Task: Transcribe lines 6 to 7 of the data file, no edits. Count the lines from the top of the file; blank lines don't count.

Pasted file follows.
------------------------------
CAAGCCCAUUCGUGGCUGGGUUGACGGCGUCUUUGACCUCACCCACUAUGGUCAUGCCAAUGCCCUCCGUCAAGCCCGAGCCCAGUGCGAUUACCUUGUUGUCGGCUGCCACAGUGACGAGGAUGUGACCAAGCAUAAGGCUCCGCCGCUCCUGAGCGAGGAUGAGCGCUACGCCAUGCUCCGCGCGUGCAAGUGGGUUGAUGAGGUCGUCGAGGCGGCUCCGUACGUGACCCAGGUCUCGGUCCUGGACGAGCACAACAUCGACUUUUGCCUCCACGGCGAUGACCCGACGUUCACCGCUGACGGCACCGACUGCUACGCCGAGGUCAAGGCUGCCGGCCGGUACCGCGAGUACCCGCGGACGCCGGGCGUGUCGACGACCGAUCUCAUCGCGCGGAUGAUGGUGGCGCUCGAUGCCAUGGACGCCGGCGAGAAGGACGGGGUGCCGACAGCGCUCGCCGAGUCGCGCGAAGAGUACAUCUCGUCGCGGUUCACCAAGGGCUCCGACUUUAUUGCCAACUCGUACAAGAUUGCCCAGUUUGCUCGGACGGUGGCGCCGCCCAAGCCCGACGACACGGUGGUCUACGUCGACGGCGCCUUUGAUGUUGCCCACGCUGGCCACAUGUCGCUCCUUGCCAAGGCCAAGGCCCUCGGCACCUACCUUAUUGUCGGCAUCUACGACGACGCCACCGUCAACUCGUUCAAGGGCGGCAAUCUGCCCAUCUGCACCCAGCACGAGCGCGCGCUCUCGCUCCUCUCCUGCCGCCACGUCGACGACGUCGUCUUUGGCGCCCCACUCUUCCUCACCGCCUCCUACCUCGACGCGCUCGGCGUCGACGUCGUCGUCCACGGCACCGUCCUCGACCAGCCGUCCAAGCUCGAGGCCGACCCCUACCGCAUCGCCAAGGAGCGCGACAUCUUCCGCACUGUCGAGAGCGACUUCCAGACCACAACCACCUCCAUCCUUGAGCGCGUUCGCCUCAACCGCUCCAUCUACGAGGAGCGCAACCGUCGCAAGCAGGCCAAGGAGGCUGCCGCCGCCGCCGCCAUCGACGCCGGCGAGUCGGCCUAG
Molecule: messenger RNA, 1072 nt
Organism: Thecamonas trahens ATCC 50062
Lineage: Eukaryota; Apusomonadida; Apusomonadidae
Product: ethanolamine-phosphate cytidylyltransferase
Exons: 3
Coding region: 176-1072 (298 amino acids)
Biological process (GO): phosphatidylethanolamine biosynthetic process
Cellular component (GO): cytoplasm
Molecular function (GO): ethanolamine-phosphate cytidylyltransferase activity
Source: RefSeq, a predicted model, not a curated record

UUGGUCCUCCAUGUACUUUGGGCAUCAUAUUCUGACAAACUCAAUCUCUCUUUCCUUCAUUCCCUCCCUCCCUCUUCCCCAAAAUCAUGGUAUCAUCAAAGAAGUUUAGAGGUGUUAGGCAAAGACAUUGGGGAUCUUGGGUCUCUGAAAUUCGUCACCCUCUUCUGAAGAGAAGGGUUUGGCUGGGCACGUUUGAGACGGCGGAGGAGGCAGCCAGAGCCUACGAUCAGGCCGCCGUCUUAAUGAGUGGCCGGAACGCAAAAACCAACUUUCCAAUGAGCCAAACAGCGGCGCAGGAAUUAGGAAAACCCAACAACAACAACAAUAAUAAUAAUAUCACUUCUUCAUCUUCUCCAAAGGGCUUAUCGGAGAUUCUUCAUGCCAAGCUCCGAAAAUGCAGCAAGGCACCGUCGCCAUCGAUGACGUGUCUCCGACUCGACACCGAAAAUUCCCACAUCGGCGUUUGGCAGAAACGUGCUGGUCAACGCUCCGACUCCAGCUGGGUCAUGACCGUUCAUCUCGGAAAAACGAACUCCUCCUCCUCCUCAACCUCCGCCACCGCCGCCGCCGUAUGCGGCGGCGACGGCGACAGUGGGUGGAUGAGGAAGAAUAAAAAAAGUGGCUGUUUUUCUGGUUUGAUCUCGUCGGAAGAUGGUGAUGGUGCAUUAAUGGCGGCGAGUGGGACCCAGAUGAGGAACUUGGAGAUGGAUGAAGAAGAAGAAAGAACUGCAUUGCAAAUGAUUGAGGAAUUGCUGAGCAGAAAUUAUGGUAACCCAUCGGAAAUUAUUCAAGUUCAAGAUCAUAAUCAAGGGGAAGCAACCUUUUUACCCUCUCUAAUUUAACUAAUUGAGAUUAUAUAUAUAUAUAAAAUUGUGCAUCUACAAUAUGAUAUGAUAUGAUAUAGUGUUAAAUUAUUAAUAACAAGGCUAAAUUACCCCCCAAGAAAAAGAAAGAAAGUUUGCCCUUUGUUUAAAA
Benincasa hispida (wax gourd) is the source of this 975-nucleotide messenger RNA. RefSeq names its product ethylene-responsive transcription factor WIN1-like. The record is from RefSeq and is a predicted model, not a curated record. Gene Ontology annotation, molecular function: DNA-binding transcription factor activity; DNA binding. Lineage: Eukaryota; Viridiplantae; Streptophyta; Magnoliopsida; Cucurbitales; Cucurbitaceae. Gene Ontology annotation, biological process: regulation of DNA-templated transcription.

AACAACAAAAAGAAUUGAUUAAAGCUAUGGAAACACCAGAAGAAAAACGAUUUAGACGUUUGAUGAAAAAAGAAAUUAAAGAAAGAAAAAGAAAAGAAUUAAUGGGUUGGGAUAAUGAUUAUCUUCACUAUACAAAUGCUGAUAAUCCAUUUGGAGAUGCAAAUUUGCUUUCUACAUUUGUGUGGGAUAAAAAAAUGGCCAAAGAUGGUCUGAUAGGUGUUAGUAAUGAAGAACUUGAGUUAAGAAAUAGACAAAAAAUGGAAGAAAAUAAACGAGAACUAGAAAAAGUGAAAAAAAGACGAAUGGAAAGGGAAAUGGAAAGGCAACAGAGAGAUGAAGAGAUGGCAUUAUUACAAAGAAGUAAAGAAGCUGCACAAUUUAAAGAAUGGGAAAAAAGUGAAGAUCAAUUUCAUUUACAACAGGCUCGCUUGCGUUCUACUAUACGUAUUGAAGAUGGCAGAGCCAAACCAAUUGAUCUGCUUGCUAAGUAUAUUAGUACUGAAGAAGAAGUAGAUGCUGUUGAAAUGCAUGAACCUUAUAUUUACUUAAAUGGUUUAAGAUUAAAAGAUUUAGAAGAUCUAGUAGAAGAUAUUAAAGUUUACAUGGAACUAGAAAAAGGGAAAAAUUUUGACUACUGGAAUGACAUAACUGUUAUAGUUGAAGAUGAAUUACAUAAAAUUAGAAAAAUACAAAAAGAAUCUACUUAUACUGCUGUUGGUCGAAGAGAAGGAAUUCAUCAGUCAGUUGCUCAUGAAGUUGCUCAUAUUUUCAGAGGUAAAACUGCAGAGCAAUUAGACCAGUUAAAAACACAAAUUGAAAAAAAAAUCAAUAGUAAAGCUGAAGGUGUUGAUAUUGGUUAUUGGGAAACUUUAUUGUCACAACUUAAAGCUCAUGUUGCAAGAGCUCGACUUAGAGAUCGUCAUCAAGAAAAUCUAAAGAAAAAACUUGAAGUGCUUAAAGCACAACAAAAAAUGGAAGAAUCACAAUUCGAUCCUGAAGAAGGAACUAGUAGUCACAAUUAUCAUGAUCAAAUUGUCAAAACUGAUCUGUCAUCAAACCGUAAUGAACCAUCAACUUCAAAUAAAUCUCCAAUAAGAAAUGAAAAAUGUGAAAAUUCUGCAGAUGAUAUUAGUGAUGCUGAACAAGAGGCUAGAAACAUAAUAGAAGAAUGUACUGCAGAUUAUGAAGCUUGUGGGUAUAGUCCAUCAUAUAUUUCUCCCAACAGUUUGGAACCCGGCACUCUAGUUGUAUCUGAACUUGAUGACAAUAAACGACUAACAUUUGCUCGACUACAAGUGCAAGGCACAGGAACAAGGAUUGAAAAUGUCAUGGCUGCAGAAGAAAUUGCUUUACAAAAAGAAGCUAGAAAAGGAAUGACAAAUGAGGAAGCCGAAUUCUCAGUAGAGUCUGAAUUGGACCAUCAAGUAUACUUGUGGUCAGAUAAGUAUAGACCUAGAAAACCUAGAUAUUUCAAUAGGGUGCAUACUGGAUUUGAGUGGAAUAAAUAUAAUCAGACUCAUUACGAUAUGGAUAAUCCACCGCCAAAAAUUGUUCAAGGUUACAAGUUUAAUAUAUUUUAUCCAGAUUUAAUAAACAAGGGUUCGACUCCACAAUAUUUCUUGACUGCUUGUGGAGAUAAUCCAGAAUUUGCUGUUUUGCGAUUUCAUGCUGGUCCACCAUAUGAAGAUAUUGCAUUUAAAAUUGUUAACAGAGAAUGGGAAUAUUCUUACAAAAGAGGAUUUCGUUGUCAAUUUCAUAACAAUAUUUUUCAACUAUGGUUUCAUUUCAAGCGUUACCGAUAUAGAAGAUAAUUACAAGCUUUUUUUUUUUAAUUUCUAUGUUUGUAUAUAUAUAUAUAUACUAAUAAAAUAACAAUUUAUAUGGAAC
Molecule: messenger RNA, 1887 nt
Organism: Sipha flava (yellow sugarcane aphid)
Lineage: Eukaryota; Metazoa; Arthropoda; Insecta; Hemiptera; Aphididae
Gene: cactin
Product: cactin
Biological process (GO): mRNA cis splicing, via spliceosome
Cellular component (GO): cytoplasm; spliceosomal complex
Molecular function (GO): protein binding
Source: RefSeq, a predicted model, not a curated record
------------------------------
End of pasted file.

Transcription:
Exons: 3
Coding region: 176-1072 (298 amino acids)